September 09, 2009
Initial Thoughts on the Re-Argument in Citizens United
As I noted, I cannot with confidence make predictions about the outcome of the Citizens United case based on oral argument questions, given the recent experience in NAMUDNO in which CJ Roberts and Justice Kennedy seemed sure votes to overturn section 5 of the Voting Rights Act but did not. But there was absolutely nothing in the Citizens United oral argument questions of the two likely "swing justices" in this case to give any comfort to those who believe that Congress should have the power to limit corporate spending in candidate elections.
It was a hot bench, with every Justice besides Justice Thomas asking numerous questions. (Justice Thomas is the Justice taking most deregulatory position in campaign finance jurisprudence, so his vote is not in doubt.) From oral argument, the Court lines up 5-4. Justices Breyer, Ginsburg, Sotomayor and Stevens were looking for a way to decide this case without reaching the constitutional question. There are at least three possibilities here: (1) expand the MCFL exemption; (2) construe BCRA so that the Snowe-Jeffords amendment applies; or (3) as Justice Sotomayor suggested, construe the statute on one of the statutory bases to avoid the constitutional question. (One possibility---the one I think most likely for at least some Justices--is to say that McCain-Feingold does not apply to video-on-demand.)
On the other side, we have the three Austin dissenters---Justices Kennedy, Thomas, and Scalia---who gave no reason to believe they would switch their votes now to save Austin [CORRECTION: Thanks to a reader for pointing out that Justice Thomas was not on the Court in Austin. He dissented on Austin's vitality in the McConnell case.]. Chief Justice Roberts and Jutice Alito's questions were uniformly hostile toward the government. One could almost hear the gears turning in the Chief Justice's head, as he got the government basically to admit it was abandoning the Austin distortion argument and relying on two new arguments which had never been accepted by the Court in the context of independent corporate spending: shareholder protection and preventing quid pro quo corruption. As I've written, I believe the concession is a strategic error. It would allow the Chief now to write an opinion that does not address the equality question head on, and make it clear what the Court is doing. He can simply say that the government has abandoned the issue and so the Court need not address it. Still Waxman pushed it a bit, so hopefully the Court will at least address it in its opinion. (If the Court overturns Austin, I would like a clear statement from the Court---so the public understands---that the public lacks the power to say that the vast inequalities in wealth in this country (particularly corporate wealth) which are a necessary part of the free market allow for limits on corporate candidate-election-related spending so that disparities in electoral power don't translate into inequalities of political power.) Justice Alito too, who has expressed a desire to have a full airing about whether stare decisis should apply to Supreme Court precedents, did not seem too bothered by overruling a 1990 and 2003 case. He bristled when being told he would be overruling 50 or 100 years of precedent. The Chief also did not see a reason to go with expanding MCFL over an overruling of Austin. I did not hear him, or Justice Scalia who mentioned constitutional avoidance, give any kind of indication as to why the constitutional avoidance doctrine should not apply to a case like this, as it did in NAMUDNO. If the Court ultimately backs away from the constitutional holding, it could well do so on avoidance grounds.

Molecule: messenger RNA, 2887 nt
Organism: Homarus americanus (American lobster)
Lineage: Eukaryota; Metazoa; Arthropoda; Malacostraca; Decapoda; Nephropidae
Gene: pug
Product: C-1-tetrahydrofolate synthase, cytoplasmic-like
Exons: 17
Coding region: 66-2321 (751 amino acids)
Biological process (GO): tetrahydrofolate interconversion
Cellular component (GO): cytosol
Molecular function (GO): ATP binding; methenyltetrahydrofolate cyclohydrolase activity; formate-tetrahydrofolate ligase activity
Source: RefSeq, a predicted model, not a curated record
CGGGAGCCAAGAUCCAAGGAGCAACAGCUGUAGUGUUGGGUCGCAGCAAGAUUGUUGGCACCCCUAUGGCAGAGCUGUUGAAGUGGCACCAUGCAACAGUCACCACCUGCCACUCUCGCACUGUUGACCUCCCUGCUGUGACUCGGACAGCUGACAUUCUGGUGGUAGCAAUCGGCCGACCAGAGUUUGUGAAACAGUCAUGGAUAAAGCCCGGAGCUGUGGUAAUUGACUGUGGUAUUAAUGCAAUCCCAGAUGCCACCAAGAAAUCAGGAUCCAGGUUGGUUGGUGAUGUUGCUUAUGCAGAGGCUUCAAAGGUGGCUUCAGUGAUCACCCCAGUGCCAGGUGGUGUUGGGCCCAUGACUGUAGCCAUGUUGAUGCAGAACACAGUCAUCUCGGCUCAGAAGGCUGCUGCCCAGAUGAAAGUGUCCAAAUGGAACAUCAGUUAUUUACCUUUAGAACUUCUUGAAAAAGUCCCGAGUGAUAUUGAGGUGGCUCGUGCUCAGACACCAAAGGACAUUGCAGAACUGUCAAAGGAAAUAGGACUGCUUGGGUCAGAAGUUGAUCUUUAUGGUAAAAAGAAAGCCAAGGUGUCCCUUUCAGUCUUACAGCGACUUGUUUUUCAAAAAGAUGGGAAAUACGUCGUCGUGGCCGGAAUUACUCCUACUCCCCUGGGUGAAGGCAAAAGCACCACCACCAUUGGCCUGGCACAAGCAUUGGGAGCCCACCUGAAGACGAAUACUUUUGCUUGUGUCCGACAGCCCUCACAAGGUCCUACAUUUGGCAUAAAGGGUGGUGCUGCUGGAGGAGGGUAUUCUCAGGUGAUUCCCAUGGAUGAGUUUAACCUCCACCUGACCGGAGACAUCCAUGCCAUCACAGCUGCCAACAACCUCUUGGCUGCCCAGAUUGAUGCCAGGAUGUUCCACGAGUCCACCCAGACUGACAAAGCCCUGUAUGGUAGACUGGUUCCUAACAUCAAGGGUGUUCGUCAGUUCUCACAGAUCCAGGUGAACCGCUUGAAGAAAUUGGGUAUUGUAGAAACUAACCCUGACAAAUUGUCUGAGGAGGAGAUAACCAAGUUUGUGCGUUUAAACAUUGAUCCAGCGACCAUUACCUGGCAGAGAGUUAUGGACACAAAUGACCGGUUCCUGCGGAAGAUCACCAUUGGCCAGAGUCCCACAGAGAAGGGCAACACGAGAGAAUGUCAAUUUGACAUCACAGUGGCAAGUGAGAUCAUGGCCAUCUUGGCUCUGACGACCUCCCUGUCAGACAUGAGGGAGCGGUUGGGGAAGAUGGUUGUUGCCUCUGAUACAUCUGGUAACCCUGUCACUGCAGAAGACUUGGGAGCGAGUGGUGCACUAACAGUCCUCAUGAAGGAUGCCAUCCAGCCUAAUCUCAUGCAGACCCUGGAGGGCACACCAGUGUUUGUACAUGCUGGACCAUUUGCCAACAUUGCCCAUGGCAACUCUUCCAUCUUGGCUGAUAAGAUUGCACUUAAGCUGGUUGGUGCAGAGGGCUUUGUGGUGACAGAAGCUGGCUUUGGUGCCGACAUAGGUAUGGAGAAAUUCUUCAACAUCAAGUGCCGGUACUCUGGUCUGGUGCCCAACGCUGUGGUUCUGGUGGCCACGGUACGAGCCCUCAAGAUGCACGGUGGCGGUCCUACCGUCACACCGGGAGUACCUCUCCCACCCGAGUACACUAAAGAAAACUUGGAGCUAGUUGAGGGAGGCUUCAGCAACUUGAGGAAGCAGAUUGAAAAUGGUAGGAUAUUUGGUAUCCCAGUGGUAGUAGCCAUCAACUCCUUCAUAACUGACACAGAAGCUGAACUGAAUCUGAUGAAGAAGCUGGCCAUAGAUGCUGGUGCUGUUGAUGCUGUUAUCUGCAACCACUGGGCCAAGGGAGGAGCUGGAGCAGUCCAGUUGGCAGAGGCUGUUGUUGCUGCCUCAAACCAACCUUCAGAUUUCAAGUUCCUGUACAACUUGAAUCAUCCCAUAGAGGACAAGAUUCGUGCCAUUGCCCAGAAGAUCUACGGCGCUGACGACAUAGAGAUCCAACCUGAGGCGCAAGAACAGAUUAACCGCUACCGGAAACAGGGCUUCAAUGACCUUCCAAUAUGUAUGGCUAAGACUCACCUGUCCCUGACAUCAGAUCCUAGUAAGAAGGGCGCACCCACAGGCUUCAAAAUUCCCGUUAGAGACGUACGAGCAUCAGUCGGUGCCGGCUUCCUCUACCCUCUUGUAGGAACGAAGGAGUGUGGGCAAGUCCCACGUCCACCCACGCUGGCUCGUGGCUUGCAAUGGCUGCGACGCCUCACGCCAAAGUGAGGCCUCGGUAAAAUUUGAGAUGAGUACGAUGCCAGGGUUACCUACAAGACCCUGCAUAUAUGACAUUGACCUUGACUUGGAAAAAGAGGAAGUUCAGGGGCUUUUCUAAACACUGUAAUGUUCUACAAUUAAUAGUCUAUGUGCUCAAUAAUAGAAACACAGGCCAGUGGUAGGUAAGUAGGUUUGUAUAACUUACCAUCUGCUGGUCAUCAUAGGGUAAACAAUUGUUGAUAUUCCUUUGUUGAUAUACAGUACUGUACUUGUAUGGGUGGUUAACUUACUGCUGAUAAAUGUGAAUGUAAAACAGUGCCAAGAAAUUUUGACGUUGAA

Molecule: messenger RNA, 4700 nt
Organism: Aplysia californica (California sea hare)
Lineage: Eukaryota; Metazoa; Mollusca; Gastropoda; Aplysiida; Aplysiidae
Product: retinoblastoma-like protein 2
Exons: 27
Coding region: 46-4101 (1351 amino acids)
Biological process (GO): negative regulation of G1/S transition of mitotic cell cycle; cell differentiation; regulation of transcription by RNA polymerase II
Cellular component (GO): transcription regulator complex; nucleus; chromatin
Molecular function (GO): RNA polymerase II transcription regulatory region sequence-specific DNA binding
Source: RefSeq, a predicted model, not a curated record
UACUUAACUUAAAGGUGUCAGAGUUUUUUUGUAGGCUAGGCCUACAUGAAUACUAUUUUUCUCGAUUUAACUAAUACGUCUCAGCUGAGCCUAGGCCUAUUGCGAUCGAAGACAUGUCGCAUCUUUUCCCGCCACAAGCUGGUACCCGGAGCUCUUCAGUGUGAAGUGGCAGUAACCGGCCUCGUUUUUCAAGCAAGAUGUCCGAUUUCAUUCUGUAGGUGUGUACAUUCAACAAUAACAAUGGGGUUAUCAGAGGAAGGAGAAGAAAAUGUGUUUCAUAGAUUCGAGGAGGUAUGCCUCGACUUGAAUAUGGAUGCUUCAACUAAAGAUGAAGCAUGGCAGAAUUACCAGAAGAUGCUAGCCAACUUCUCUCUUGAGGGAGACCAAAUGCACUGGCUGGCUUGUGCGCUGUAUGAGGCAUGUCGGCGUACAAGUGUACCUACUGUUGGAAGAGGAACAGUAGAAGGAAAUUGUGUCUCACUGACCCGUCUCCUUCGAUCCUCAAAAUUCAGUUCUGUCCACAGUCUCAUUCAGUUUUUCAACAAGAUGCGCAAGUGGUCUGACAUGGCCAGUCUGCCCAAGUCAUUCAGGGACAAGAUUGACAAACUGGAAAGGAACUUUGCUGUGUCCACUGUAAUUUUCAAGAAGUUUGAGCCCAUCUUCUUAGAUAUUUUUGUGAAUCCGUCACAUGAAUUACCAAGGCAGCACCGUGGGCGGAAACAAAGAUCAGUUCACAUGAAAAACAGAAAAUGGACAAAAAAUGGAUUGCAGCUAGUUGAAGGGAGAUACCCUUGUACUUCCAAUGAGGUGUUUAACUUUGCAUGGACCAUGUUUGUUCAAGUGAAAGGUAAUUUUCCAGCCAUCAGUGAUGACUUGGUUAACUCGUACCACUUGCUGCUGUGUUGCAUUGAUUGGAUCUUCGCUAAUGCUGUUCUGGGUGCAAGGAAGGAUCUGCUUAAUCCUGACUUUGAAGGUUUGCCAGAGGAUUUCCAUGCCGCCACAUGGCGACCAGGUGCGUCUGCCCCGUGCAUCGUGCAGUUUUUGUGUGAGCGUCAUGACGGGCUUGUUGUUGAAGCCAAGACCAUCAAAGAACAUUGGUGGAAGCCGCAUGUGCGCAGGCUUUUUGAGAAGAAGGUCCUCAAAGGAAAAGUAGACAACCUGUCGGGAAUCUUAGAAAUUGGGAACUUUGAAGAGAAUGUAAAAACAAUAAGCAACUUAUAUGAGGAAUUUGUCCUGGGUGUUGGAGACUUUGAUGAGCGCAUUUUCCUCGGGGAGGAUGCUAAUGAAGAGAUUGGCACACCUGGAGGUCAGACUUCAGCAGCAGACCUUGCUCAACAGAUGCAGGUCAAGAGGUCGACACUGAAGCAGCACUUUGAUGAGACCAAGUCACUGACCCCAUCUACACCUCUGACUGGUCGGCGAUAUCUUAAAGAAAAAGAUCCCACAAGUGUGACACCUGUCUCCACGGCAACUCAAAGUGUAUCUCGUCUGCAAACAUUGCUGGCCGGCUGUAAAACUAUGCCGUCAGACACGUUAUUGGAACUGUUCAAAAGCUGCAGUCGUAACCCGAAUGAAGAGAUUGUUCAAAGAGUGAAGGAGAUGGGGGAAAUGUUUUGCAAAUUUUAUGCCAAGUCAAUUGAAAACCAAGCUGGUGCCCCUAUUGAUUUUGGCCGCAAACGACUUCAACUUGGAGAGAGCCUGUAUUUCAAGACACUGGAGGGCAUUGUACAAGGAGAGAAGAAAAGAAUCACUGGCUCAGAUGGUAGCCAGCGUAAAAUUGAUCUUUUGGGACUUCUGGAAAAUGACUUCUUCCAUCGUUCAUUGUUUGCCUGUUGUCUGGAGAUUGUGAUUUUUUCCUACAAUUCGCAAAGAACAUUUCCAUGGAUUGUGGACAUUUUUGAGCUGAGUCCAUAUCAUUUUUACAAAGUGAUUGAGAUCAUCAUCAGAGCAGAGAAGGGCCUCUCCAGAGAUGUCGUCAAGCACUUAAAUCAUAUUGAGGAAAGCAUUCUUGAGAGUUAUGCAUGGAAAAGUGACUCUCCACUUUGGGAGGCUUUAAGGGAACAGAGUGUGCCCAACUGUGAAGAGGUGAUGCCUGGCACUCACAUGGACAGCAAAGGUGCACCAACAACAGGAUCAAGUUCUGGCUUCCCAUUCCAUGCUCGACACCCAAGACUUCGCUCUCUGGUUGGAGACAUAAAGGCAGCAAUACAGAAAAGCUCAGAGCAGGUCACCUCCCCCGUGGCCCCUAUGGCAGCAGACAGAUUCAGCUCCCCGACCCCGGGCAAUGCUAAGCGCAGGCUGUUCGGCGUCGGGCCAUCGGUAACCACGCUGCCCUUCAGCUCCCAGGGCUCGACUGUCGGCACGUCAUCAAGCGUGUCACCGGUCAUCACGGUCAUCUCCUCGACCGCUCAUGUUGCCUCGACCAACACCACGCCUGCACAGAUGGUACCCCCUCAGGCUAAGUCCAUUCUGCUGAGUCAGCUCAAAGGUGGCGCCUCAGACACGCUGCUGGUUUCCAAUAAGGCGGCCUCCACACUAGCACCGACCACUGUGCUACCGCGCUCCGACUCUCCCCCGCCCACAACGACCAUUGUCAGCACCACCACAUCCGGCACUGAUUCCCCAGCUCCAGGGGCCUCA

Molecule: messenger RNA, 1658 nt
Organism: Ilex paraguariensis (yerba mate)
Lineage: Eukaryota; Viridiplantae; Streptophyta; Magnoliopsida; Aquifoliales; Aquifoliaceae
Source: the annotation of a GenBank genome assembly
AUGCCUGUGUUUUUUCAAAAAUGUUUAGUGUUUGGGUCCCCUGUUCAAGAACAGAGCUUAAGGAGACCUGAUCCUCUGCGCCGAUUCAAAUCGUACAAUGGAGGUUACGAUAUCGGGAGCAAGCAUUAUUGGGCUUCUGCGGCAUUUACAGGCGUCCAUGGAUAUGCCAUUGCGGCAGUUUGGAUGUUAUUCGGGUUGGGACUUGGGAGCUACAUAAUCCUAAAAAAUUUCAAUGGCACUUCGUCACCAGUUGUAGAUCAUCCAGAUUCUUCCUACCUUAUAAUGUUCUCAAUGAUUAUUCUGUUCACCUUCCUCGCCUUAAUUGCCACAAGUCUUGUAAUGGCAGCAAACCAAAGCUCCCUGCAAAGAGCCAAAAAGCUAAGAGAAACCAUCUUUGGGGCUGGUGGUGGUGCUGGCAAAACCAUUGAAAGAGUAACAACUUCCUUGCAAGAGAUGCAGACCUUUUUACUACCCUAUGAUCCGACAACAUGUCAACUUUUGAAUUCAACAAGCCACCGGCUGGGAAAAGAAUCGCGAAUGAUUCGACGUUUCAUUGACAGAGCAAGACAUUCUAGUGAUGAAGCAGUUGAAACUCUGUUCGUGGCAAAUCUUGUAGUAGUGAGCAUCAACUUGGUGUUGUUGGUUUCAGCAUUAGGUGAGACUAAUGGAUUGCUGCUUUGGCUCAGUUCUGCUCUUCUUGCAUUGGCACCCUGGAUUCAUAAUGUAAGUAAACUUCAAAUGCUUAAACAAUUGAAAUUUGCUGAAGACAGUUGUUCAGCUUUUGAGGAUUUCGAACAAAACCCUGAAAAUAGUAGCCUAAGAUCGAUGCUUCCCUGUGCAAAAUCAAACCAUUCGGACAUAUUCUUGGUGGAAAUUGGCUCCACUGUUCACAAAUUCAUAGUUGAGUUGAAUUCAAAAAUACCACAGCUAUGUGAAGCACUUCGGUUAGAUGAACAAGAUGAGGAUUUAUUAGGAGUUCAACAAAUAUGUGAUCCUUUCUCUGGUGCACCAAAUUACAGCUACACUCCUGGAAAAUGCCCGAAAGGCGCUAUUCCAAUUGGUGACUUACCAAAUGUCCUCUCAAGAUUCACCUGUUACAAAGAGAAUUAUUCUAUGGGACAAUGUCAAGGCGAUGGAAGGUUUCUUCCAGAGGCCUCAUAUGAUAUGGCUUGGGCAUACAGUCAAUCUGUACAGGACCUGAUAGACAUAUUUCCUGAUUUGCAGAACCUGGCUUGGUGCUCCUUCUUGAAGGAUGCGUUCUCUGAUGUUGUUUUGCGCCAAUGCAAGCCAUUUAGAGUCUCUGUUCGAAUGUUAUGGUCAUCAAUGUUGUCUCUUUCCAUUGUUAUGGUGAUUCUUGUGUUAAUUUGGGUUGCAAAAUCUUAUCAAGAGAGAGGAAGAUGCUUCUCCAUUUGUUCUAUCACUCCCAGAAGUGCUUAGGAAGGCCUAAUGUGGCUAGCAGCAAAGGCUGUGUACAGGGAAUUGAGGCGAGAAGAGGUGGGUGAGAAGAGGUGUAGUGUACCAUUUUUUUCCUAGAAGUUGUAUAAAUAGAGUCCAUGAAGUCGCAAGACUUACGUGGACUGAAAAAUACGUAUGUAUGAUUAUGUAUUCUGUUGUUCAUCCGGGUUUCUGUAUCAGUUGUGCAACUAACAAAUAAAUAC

A few notes about the oral advocates. All four did an excellent job. I think Abrams and Waxman were somewhat less effective because they had only 10 minutes to make their points and they got bogged down by the hot bench. Olson was outstanding as I expected, especially on rebuttal. He was able to use the government's concessions---necessary on the book banning issue because of the earlier oral argument---to his advantage, by raising the specter of a government censor that changes its positions at its whim. Kagan was also outstanding. I was concerned about this being her first argument, as this case is exceptionally difficult, even for election law cases. But she proved to be a natural advocate. She had a great conversational style and was effective but respectful.
Finally, Justice Sotomayor asked the questions I would have asked, and seems likely to be a very strong replacement for Justice Souter on campaign finance issues. She too sounded like she was a seasoned veteran on the Court.
Regardless of how this case comes out, this was an excellent argument all around and a joy to listen to.